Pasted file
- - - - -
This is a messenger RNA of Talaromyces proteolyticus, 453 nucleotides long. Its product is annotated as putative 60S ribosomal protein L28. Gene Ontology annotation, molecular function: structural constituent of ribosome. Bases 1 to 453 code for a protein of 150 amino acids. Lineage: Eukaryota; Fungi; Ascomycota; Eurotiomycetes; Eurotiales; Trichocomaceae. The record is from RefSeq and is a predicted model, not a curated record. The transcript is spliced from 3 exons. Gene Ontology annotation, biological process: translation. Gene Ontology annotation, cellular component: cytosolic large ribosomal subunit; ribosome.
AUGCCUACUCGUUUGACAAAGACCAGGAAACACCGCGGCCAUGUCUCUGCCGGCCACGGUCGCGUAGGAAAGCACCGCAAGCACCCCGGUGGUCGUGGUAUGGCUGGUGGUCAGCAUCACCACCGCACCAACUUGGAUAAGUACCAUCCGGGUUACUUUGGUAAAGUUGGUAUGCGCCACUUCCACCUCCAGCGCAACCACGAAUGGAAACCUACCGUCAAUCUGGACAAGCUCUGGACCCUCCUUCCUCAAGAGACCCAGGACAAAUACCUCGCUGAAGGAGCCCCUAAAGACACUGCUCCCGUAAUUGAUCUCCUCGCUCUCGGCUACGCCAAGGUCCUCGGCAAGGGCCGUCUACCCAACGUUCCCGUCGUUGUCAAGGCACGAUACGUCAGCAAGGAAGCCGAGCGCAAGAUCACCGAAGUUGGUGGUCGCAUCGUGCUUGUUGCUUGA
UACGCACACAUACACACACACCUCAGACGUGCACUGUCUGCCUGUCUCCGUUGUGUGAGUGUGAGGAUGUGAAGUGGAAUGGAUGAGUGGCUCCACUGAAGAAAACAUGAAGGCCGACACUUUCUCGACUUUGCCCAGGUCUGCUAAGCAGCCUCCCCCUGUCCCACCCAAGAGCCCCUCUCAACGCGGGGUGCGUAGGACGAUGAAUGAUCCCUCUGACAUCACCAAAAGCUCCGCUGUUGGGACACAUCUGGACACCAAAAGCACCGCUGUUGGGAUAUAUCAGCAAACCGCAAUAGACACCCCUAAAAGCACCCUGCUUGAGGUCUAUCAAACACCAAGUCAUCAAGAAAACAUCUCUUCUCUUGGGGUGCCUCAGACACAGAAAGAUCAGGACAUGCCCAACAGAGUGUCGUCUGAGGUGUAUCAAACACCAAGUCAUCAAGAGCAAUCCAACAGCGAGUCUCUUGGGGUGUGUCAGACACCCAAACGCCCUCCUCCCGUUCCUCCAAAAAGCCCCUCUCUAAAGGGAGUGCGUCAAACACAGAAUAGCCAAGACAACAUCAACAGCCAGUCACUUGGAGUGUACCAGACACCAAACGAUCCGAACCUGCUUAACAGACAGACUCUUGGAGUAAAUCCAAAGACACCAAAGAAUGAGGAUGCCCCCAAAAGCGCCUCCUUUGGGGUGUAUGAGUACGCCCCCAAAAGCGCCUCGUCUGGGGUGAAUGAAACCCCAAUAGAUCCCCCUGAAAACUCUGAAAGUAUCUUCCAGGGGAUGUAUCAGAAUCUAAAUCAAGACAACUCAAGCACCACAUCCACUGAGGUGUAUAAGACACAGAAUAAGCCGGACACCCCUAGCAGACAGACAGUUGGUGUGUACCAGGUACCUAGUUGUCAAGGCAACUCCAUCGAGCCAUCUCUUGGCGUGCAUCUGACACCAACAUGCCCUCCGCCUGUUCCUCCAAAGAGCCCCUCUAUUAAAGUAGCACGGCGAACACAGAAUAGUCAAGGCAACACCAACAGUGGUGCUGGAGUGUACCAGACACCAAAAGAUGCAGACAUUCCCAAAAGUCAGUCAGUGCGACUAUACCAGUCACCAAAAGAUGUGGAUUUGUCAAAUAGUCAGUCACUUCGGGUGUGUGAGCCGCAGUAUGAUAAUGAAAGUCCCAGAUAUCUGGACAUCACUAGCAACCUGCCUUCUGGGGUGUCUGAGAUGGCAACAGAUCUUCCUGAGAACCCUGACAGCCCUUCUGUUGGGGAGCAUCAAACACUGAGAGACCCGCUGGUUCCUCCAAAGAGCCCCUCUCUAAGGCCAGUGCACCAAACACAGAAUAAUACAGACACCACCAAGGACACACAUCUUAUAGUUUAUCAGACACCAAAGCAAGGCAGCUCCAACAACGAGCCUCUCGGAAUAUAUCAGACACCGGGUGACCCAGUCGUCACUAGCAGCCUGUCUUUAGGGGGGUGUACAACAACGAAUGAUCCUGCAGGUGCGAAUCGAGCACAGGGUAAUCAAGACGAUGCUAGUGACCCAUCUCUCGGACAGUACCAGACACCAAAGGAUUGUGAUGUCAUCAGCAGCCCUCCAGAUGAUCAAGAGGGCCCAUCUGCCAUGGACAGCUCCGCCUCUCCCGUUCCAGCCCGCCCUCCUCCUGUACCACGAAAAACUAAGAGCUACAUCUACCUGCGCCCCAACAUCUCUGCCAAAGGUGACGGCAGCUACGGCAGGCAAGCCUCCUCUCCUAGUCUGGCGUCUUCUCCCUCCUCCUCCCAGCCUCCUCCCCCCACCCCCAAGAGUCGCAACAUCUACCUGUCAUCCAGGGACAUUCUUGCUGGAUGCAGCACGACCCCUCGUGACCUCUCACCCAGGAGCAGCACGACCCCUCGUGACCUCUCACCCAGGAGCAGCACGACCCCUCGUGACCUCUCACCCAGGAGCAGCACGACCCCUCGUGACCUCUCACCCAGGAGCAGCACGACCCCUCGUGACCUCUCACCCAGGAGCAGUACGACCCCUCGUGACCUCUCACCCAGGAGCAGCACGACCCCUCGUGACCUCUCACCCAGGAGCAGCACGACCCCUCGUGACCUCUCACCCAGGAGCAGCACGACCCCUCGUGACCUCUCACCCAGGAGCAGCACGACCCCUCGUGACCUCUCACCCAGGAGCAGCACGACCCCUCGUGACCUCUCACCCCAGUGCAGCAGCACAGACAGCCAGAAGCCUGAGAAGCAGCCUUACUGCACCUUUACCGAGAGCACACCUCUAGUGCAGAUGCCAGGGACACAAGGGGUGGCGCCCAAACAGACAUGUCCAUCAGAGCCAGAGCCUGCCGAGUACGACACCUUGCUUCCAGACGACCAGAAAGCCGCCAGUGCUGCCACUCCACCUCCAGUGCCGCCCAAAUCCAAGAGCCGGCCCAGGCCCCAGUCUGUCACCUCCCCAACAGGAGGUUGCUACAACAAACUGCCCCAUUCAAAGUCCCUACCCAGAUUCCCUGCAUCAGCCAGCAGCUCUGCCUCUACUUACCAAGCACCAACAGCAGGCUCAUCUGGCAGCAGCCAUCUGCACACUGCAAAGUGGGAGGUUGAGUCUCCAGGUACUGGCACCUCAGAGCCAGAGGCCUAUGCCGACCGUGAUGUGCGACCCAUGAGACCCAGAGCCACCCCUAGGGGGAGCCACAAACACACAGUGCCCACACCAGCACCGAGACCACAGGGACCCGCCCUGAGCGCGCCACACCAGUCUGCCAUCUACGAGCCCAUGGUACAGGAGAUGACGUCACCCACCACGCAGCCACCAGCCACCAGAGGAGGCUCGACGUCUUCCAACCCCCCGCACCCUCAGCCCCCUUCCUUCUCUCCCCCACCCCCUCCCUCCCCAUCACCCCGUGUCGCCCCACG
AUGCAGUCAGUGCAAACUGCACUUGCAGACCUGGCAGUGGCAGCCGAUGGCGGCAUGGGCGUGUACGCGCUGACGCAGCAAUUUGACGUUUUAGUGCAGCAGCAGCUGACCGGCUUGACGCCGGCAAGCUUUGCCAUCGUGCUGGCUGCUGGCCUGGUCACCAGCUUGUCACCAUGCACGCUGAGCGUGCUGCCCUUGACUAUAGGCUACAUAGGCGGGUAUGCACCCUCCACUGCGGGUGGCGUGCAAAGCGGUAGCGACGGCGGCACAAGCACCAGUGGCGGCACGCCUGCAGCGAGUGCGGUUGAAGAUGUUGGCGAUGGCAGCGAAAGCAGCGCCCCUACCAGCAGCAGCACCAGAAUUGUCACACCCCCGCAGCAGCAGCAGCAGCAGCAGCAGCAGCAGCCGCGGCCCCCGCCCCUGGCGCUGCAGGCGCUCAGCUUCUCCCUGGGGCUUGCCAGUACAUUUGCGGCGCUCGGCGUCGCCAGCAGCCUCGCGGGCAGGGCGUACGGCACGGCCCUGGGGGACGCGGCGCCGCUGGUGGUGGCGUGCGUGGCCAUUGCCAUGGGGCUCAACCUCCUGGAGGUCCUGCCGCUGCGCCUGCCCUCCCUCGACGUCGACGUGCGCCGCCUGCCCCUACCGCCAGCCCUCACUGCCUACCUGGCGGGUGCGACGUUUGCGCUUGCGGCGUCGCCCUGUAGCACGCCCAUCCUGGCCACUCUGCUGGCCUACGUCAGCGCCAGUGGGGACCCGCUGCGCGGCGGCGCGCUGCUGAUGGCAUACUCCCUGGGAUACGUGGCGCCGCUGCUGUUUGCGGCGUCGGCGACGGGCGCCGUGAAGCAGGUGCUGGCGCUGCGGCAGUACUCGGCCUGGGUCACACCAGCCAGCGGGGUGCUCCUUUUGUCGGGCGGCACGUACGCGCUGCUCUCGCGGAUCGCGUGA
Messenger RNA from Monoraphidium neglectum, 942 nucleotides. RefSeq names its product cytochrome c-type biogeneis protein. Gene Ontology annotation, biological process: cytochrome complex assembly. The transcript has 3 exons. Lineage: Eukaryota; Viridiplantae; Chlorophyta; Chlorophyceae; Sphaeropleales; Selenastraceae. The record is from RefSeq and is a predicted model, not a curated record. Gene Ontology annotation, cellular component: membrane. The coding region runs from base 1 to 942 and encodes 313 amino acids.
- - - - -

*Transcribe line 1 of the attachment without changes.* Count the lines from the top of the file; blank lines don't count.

This is a messenger RNA of Talaromyces proteolyticus, 453 nucleotides long. Its product is annotated as putative 60S ribosomal protein L28. Gene Ontology annotation, molecular function: structural constituent of ribosome. Bases 1 to 453 code for a protein of 150 amino acids. Lineage: Eukaryota; Fungi; Ascomycota; Eurotiomycetes; Eurotiales; Trichocomaceae. The record is from RefSeq and is a predicted model, not a curated record. The transcript is spliced from 3 exons. Gene Ontology annotation, biological process: translation. Gene Ontology annotation, cellular component: cytosolic large ribosomal subunit; ribosome.